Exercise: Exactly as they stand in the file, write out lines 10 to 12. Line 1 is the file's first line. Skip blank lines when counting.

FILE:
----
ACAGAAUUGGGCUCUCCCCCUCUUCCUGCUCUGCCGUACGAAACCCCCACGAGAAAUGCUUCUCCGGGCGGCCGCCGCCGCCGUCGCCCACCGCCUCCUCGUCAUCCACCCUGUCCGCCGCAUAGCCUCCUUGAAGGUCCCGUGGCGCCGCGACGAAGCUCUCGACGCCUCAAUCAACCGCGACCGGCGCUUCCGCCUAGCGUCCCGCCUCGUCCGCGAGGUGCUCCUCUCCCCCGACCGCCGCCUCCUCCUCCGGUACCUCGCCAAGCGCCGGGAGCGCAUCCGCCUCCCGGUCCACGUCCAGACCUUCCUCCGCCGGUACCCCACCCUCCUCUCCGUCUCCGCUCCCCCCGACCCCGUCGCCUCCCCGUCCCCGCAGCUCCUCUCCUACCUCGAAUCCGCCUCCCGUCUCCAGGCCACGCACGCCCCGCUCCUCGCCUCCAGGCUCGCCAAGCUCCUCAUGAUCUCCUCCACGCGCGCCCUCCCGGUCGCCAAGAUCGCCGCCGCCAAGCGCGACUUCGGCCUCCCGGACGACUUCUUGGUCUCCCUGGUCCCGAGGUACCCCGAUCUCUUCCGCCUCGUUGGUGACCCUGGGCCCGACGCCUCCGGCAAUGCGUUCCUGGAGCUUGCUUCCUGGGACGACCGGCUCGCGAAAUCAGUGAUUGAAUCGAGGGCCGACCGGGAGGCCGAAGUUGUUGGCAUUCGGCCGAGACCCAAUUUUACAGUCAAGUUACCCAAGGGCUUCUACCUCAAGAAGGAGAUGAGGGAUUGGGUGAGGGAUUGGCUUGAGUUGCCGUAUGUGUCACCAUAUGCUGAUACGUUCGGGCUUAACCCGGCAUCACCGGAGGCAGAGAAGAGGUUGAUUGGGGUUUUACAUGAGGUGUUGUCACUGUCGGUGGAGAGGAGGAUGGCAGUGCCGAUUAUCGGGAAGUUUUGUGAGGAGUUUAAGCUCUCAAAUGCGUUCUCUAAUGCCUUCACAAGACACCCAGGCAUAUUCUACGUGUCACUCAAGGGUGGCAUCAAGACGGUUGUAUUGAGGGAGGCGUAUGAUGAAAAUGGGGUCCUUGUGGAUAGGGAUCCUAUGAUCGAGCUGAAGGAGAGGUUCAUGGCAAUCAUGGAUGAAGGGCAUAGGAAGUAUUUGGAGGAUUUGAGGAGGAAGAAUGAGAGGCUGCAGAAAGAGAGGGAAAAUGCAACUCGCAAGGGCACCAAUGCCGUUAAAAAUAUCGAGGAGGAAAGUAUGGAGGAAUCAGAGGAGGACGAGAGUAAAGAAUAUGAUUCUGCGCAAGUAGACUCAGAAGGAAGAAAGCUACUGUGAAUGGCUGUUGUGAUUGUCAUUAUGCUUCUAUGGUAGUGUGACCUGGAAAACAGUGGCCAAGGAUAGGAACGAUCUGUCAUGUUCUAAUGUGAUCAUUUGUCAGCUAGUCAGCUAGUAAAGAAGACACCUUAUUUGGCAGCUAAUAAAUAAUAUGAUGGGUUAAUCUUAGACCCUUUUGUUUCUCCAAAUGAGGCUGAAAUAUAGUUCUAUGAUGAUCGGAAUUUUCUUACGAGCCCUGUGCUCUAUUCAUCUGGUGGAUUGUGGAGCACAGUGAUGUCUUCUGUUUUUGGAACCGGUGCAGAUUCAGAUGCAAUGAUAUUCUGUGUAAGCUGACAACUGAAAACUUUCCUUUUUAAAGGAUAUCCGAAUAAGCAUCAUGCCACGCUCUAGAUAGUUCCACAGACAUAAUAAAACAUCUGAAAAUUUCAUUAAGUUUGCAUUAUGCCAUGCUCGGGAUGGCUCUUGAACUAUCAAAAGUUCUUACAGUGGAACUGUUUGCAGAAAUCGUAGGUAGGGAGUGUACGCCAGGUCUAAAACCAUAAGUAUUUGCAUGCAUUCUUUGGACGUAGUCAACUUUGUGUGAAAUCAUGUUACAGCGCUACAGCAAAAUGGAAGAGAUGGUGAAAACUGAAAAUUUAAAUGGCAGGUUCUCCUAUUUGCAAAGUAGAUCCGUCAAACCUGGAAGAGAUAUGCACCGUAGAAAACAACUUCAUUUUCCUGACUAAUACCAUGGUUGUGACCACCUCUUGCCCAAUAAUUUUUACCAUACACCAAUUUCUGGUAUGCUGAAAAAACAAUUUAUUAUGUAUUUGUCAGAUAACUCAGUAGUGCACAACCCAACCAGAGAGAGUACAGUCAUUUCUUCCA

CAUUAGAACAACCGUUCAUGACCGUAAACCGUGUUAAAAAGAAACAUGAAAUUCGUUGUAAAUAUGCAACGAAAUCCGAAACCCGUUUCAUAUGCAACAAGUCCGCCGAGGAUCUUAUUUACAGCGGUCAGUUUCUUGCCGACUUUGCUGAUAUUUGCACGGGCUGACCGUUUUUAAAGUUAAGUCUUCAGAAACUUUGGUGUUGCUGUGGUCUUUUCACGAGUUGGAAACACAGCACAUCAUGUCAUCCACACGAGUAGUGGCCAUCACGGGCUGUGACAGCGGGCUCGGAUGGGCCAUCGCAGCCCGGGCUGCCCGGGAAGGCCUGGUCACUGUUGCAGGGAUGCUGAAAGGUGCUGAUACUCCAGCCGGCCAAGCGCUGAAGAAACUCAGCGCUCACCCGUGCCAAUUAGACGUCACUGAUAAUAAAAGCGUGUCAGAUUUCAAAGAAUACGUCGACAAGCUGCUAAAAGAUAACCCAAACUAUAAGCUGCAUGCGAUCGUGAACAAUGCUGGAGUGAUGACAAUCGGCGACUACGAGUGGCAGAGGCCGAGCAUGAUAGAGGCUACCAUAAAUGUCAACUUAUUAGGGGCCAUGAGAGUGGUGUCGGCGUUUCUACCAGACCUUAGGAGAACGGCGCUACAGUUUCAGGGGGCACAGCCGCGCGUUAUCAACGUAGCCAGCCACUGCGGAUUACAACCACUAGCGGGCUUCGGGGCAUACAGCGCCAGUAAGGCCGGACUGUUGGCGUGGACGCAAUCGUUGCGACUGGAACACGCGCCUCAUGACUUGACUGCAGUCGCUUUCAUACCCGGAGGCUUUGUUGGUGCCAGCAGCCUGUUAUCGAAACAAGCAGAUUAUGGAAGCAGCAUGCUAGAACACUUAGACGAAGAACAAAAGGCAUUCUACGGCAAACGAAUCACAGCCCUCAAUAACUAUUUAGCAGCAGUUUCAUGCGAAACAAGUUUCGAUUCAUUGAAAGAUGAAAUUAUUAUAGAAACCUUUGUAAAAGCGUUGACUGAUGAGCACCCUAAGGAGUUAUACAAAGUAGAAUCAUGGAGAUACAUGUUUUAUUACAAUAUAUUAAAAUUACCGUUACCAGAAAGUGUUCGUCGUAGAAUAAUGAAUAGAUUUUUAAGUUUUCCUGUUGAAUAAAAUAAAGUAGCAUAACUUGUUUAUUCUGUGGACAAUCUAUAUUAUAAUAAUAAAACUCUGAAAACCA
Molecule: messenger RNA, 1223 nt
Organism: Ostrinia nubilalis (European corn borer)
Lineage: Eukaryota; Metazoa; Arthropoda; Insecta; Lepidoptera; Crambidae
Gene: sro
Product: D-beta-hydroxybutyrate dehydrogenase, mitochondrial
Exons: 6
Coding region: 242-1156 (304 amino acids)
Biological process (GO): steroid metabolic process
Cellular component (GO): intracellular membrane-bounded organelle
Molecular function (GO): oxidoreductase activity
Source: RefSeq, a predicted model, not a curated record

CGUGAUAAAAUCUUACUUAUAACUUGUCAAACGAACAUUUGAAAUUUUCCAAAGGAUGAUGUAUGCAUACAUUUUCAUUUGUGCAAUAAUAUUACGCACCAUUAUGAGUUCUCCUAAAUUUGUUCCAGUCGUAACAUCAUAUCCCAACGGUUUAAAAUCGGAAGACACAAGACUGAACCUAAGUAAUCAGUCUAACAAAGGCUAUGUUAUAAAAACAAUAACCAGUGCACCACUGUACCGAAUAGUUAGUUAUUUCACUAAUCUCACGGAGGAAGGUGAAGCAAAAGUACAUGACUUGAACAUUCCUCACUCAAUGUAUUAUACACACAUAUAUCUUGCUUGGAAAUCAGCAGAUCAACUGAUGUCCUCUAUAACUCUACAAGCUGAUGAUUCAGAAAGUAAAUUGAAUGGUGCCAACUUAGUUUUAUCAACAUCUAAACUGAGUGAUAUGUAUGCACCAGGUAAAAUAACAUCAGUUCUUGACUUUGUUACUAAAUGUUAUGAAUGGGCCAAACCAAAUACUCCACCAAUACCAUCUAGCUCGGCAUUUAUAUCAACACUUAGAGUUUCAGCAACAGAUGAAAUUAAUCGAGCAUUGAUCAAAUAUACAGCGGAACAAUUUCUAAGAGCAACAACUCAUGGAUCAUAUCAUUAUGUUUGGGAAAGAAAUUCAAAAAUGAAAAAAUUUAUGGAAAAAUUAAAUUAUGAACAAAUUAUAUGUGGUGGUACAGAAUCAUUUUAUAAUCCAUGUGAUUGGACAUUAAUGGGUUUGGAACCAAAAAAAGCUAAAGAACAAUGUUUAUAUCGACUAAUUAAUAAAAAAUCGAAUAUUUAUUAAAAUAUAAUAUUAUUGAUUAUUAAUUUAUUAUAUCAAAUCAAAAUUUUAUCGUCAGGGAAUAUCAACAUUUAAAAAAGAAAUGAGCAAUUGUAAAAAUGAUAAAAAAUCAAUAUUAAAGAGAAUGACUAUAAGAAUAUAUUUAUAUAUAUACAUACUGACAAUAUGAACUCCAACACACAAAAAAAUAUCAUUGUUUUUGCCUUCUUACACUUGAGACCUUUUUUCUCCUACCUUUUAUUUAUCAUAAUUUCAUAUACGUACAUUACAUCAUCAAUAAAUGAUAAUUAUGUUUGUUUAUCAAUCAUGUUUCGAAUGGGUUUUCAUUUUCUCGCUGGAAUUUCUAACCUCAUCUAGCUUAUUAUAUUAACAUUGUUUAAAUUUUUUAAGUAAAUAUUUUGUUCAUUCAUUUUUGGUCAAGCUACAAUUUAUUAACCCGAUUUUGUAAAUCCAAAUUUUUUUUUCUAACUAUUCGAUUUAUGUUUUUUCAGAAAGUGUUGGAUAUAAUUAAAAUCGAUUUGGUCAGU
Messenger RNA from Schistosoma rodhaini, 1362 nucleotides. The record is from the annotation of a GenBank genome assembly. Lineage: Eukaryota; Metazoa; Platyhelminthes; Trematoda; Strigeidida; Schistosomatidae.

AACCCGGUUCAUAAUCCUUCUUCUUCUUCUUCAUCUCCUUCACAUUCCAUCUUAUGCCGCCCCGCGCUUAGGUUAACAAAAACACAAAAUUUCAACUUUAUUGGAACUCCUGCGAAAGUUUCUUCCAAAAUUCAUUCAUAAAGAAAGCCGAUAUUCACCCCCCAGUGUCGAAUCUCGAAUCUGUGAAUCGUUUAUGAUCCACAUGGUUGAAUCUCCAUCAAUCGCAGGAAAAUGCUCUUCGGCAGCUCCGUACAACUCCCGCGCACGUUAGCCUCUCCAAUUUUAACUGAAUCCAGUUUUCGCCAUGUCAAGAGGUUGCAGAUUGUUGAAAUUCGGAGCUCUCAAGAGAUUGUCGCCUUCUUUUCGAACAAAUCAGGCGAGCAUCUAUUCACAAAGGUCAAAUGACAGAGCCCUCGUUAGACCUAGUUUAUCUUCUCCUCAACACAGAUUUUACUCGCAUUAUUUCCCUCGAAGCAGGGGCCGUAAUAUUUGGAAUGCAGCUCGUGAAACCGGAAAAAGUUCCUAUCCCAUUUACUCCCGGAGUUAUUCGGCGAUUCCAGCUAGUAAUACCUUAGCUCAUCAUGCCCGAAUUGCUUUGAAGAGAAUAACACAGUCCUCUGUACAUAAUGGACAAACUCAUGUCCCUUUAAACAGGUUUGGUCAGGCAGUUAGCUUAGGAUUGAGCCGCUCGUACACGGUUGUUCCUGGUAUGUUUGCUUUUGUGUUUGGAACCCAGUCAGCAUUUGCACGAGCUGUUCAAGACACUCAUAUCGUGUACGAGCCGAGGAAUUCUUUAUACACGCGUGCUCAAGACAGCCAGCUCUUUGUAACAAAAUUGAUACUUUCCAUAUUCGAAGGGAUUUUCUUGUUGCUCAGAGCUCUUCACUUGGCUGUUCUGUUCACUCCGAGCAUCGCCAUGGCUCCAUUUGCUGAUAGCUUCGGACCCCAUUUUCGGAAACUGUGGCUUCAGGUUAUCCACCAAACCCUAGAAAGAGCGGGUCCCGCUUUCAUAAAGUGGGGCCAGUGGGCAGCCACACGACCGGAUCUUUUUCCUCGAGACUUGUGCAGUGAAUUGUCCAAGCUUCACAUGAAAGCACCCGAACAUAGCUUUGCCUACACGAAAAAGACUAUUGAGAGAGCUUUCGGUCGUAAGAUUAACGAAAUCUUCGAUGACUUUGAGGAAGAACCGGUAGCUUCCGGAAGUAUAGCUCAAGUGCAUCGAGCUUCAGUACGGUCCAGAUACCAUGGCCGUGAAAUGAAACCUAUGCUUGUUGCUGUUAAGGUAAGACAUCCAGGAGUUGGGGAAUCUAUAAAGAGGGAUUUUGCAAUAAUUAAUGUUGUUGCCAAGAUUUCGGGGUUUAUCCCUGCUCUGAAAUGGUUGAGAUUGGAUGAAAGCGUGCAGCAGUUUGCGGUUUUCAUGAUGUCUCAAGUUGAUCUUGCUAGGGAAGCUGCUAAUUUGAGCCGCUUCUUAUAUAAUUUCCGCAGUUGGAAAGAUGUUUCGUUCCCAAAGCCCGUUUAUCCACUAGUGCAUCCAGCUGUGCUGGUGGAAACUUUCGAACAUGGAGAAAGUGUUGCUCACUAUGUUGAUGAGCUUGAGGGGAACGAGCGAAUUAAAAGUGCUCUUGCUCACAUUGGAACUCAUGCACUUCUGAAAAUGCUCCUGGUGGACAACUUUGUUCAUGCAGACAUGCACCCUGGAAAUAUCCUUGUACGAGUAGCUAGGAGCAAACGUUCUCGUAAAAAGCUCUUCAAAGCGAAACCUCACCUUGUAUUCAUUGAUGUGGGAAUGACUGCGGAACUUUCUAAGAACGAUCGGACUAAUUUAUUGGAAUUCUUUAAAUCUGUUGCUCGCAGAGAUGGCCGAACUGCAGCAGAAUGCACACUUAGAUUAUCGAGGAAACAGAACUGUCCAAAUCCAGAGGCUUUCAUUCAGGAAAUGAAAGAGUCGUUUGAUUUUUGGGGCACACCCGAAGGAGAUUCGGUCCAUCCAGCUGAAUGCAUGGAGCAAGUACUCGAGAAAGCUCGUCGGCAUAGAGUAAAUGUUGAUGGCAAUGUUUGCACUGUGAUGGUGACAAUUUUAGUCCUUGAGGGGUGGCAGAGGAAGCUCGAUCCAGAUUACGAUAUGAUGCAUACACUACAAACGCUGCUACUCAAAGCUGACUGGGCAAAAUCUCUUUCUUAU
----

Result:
Biological process (GO): steroid metabolic process
Cellular component (GO): intracellular membrane-bounded organelle
Molecular function (GO): oxidoreductase activity